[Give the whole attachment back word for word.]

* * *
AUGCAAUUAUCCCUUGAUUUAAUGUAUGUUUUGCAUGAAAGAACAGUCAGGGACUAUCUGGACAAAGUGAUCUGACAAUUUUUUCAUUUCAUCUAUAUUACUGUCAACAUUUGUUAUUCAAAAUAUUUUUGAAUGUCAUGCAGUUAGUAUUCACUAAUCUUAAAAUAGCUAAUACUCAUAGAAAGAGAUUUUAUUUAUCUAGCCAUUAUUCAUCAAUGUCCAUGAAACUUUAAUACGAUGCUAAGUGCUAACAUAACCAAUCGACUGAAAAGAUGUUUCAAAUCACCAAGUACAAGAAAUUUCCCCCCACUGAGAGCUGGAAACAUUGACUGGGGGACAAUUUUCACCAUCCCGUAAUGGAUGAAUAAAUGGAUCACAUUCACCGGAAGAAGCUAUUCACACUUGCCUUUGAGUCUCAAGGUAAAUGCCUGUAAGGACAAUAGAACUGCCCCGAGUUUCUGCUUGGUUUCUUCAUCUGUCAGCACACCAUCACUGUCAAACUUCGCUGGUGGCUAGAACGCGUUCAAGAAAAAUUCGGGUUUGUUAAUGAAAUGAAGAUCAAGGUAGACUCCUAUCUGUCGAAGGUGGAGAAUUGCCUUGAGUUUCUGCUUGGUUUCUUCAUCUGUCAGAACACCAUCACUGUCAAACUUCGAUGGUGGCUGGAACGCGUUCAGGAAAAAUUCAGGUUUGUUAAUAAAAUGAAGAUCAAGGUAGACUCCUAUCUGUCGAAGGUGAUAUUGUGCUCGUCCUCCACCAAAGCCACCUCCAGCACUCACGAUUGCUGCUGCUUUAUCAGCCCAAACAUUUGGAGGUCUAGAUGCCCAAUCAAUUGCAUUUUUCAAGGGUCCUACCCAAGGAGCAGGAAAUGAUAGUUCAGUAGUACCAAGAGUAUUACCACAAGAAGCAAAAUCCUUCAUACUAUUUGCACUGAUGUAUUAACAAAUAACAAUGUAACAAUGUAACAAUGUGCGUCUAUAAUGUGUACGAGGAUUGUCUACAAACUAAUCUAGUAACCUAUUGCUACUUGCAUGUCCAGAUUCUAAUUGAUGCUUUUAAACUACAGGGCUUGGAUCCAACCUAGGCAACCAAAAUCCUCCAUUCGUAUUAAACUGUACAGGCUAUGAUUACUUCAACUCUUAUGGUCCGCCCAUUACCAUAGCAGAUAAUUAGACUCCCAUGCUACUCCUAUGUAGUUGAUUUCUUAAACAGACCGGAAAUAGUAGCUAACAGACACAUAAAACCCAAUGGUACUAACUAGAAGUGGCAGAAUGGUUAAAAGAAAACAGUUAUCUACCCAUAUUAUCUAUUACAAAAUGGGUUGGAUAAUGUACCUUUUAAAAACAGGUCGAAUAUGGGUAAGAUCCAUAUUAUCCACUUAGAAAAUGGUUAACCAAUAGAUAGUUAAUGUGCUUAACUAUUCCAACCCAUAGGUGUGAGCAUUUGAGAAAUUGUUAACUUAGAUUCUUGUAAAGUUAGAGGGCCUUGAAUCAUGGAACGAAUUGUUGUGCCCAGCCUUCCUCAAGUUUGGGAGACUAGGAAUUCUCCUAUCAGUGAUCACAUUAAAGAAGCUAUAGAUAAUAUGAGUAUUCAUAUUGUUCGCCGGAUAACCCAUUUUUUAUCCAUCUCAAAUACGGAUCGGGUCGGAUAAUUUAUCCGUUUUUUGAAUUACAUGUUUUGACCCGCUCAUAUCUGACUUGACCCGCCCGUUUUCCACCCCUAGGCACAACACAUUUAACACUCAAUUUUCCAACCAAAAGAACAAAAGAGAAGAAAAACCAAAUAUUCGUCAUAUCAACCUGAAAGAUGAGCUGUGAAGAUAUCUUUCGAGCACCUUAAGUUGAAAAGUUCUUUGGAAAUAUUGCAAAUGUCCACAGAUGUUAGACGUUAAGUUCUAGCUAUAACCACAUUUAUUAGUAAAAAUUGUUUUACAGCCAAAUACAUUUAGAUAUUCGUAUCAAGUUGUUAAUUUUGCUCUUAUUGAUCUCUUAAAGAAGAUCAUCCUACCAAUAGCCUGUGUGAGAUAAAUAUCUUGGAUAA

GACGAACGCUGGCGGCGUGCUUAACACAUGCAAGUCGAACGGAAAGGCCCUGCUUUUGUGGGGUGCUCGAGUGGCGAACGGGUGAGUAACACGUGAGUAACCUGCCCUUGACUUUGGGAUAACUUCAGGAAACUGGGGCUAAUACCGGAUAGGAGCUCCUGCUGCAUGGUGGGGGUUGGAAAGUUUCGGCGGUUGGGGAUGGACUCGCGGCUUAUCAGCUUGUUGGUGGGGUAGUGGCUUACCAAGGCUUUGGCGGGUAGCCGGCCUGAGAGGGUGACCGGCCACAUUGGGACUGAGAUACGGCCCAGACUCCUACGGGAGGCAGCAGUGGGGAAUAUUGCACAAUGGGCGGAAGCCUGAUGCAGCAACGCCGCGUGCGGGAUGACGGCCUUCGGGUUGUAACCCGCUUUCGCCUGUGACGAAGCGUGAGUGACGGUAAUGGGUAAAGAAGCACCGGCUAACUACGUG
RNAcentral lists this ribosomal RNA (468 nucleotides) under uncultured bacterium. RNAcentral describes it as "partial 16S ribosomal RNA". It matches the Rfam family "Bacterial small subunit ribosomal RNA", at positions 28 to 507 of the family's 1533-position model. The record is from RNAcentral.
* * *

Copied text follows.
AUGCAAUUAUCCCUUGAUUUAAUGUAUGUUUUGCAUGAAAGAACAGUCAGGGACUAUCUGGACAAAGUGAUCUGACAAUUUUUUCAUUUCAUCUAUAUUACUGUCAACAUUUGUUAUUCAAAAUAUUUUUGAAUGUCAUGCAGUUAGUAUUCACUAAUCUUAAAAUAGCUAAUACUCAUAGAAAGAGAUUUUAUUUAUCUAGCCAUUAUUCAUCAAUGUCCAUGAAACUUUAAUACGAUGCUAAGUGCUAACAUAACCAAUCGACUGAAAAGAUGUUUCAAAUCACCAAGUACAAGAAAUUUCCCCCCACUGAGAGCUGGAAACAUUGACUGGGGGACAAUUUUCACCAUCCCGUAAUGGAUGAAUAAAUGGAUCACAUUCACCGGAAGAAGCUAUUCACACUUGCCUUUGAGUCUCAAGGUAAAUGCCUGUAAGGACAAUAGAACUGCCCCGAGUUUCUGCUUGGUUUCUUCAUCUGUCAGCACACCAUCACUGUCAAACUUCGCUGGUGGCUAGAACGCGUUCAAGAAAAAUUCGGGUUUGUUAAUGAAAUGAAGAUCAAGGUAGACUCCUAUCUGUCGAAGGUGGAGAAUUGCCUUGAGUUUCUGCUUGGUUUCUUCAUCUGUCAGAACACCAUCACUGUCAAACUUCGAUGGUGGCUGGAACGCGUUCAGGAAAAAUUCAGGUUUGUUAAUAAAAUGAAGAUCAAGGUAGACUCCUAUCUGUCGAAGGUGAUAUUGUGCUCGUCCUCCACCAAAGCCACCUCCAGCACUCACGAUUGCUGCUGCUUUAUCAGCCCAAACAUUUGGAGGUCUAGAUGCCCAAUCAAUUGCAUUUUUCAAGGGUCCUACCCAAGGAGCAGGAAAUGAUAGUUCAGUAGUACCAAGAGUAUUACCACAAGAAGCAAAAUCCUUCAUACUAUUUGCACUGAUGUAUUAACAAAUAACAAUGUAACAAUGUAACAAUGUGCGUCUAUAAUGUGUACGAGGAUUGUCUACAAACUAAUCUAGUAACCUAUUGCUACUUGCAUGUCCAGAUUCUAAUUGAUGCUUUUAAACUACAGGGCUUGGAUCCAACCUAGGCAACCAAAAUCCUCCAUUCGUAUUAAACUGUACAGGCUAUGAUUACUUCAACUCUUAUGGUCCGCCCAUUACCAUAGCAGAUAAUUAGACUCCCAUGCUACUCCUAUGUAGUUGAUUUCUUAAACAGACCGGAAAUAGUAGCUAACAGACACAUAAAACCCAAUGGUACUAACUAGAAGUGGCAGAAUGGUUAAAAGAAAACAGUUAUCUACCCAUAUUAUCUAUUACAAAAUGGGUUGGAUAAUGUACCUUUUAAAAACAGGUCGAAUAUGGGUAAGAUCCAUAUUAUCCACUUAGAAAAUGGUUAACCAAUAGAUAGUUAAUGUGCUUAACUAUUCCAACCCAUAGGUGUGAGCAUUUGAGAAAUUGUUAACUUAGAUUCUUGUAAAGUUAGAGGGCCUUGAAUCAUGGAACGAAUUGUUGUGCCCAGCCUUCCUCAAGUUUGGGAGACUAGGAAUUCUCCUAUCAGUGAUCACAUUAAAGAAGCUAUAGAUAAUAUGAGUAUUCAUAUUGUUCGCCGGAUAACCCAUUUUUUAUCCAUCUCAAAUACGGAUCGGGUCGGAUAAUUUAUCCGUUUUUUGAAUUACAUGUUUUGACCCGCUCAUAUCUGACUUGACCCGCCCGUUUUCCACCCCUAGGCACAACACAUUUAACACUCAAUUUUCCAACCAAAAGAACAAAAGAGAAGAAAAACCAAAUAUUCGUCAUAUCAACCUGAAAGAUGAGCUGUGAAGAUAUCUUUCGAGCACCUUAAGUUGAAAAGUUCUUUGGAAAUAUUGCAAAUGUCCACAGAUGUUAGACGUUAAGUUCUAGCUAUAACCACAUUUAUUAGUAAAAAUUGUUUUACAGCCAAAUACAUUUAGAUAUUCGUAUCAAGUUGUUAAUUUUGCUCUUAUUGAUCUCUUAAAGAAGAUCAUCCUACCAAUAGCCUGUGUGAGAUAAAUAUCUUGGAUAA

GACGAACGCUGGCGGCGUGCUUAACACAUGCAAGUCGAACGGAAAGGCCCUGCUUUUGUGGGGUGCUCGAGUGGCGAACGGGUGAGUAACACGUGAGUAACCUGCCCUUGACUUUGGGAUAACUUCAGGAAACUGGGGCUAAUACCGGAUAGGAGCUCCUGCUGCAUGGUGGGGGUUGGAAAGUUUCGGCGGUUGGGGAUGGACUCGCGGCUUAUCAGCUUGUUGGUGGGGUAGUGGCUUACCAAGGCUUUGGCGGGUAGCCGGCCUGAGAGGGUGACCGGCCACAUUGGGACUGAGAUACGGCCCAGACUCCUACGGGAGGCAGCAGUGGGGAAUAUUGCACAAUGGGCGGAAGCCUGAUGCAGCAACGCCGCGUGCGGGAUGACGGCCUUCGGGUUGUAACCCGCUUUCGCCUGUGACGAAGCGUGAGUGACGGUAAUGGGUAAAGAAGCACCGGCUAACUACGUG
RNAcentral lists this ribosomal RNA (468 nucleotides) under uncultured bacterium. RNAcentral describes it as "partial 16S ribosomal RNA". It matches the Rfam family "Bacterial small subunit ribosomal RNA", at positions 28 to 507 of the family's 1533-position model. The record is from RNAcentral.